Quantcast
Environmental News for a Healthier Planet and Life

Help Support EcoWatch

Youtube Still Promotes Climate Disinformation, Report Finds

Popular
Climate activists hold a banner after climbing atop the roof of the entrance of the building as they protest outside offices of Youtube during the tenth day of demonstrations by the climate change action group Extinction Rebellion, in London, on Oct. 16, 2019. PAUL ELLIS / AFP / Getty Images

By Dana Drugmand

You don't have to look far to find misinformation about climate science continuing to spread online through prominent social media channels like YouTube. That's despite the overwhelming scientific consensus that humans are driving the climate crisis.


A new report by the global activist NGO Avaaz reveals that, despite YouTube's pledge to combat misinformation, the popular video site owned by Google has failed to crack down on this problem when it comes to climate change. Videos containing false or misleading information on climate change continue to reach millions of users through YouTube's recommendation algorithm. Furthermore, ads — including those from major brands and environmental groups — displayed on these videos provide a monetary incentive, not only to YouTube, but to the videos' creators to keep promoting fringe theories contrary to scientific reality.

"We found that YouTube is driving millions of people to watch climate misinformation videos every day," Avaaz writes in its report, titled Why is YouTube Broadcasting Climate Misinformation to Millions? "YouTube's recommendation algorithm is giving these videos free promotion and showing misinformation to millions who wouldn't have been exposed to it otherwise."

Monetizing Misinformation

Examples of videos identified as containing climate misinformation include titles such as "ACTUAL SCIENTIST: Climate Change is a Hoax" and "CIA Whistleblower Speaks Out About Climate Engineering Vaccination Dangers and 911." Other videos feature interviews with climate science deniers, such as Patrick Moore, and promote false claims that there is no evidence that CO2 emissions are the dominant cause of climate change (there is and they are).

Not all of the channels promoting misinformation are owned by pseudonymous individuals with fringe ideas. Some come from established media organizations such as Fox News and the conservative media nonprofit PragerU.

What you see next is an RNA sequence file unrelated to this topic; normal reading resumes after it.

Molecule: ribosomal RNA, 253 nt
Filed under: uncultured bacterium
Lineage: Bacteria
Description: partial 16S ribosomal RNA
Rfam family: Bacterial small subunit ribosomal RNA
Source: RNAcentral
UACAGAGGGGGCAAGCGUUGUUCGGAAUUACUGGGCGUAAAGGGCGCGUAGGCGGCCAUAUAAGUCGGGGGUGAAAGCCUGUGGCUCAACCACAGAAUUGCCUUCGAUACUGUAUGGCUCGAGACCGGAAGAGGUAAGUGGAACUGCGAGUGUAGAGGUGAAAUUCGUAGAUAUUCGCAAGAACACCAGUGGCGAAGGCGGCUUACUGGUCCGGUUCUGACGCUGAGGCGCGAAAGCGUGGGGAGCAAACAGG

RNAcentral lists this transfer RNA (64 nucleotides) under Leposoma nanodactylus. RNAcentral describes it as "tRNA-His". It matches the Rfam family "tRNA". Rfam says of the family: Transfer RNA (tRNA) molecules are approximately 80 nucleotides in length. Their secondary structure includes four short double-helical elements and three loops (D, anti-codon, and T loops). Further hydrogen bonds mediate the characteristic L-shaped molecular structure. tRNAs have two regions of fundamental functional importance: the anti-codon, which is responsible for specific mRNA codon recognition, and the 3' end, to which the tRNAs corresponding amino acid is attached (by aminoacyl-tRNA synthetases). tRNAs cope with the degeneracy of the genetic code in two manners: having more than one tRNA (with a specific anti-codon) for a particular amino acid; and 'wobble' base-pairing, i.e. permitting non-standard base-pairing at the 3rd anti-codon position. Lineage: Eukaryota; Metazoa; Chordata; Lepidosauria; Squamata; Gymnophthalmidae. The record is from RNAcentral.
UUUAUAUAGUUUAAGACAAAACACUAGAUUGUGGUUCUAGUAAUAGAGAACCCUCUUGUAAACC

Avaaz uncovered these examples by reviewing over 5,000 videos using the search terms "global warming," "climate change," and "climate manipulation." The NGO found a number of videos containing misleading or false information for each search term.

"For the search term 'global warming,' 16 percent of the top 100 related videos included under the up-next feature had misinformation about climate change," the report states. The percentage of top 100 related videos with climate misinformation, promoted through YouTube's recommendation algorithm, dropped to 8 percent when the search term "climate change" was used. When the researchers typed in "climate manipulation," however, that percentage rose to 21 percent. According to Avaaz, the climate misinformation videos it reviewed had 21.1 million views collectively.

Avaaz researchers also found that some of these climate misinformation videos had accompanying advertisements, indicating that YouTube is incentivizing climate misinformation through its monetization program. As the report points out, 55 percent of the fee that advertisers pay goes to the video creator, while 45 percent goes to YouTube.

Avaaz identified ads from over 100 brands appearing alongside the climate misinformation videos that it reviewed. These included major consumer brands such as Samsung and L'Oréal, ethical or green brands such as Ecosia and Nikin, and environmental groups such as WWF and Greenpeace.

"We from NIKIN want to join Avaaz in calling on YouTube to change their algorithm that disinformation doesn't get spread around the world and it should especially not be monetized," a company spokesperson for the Swiss sustainable fashion company said in response to the Avaaz report. "We from NIKIN are a sustainable brand that used YouTube as an advertising platform, but our videos got shown before videos that call climate change a hoax. This is completely against what we want and the responsibility lies in YouTube's hand to change that."

Avaaz Recommends Further Action, Youtube Defends Its Policies

Avaaz acknowledged steps that YouTube and Google have taken to update the video platform's Community Guidelines policy and fight disinformation. In 2015 YouTube initiated a campaign to help "change the way people discuss climate change," and climate-related videos now include a Wikipedia link to basic, definitive information on the term "global warming."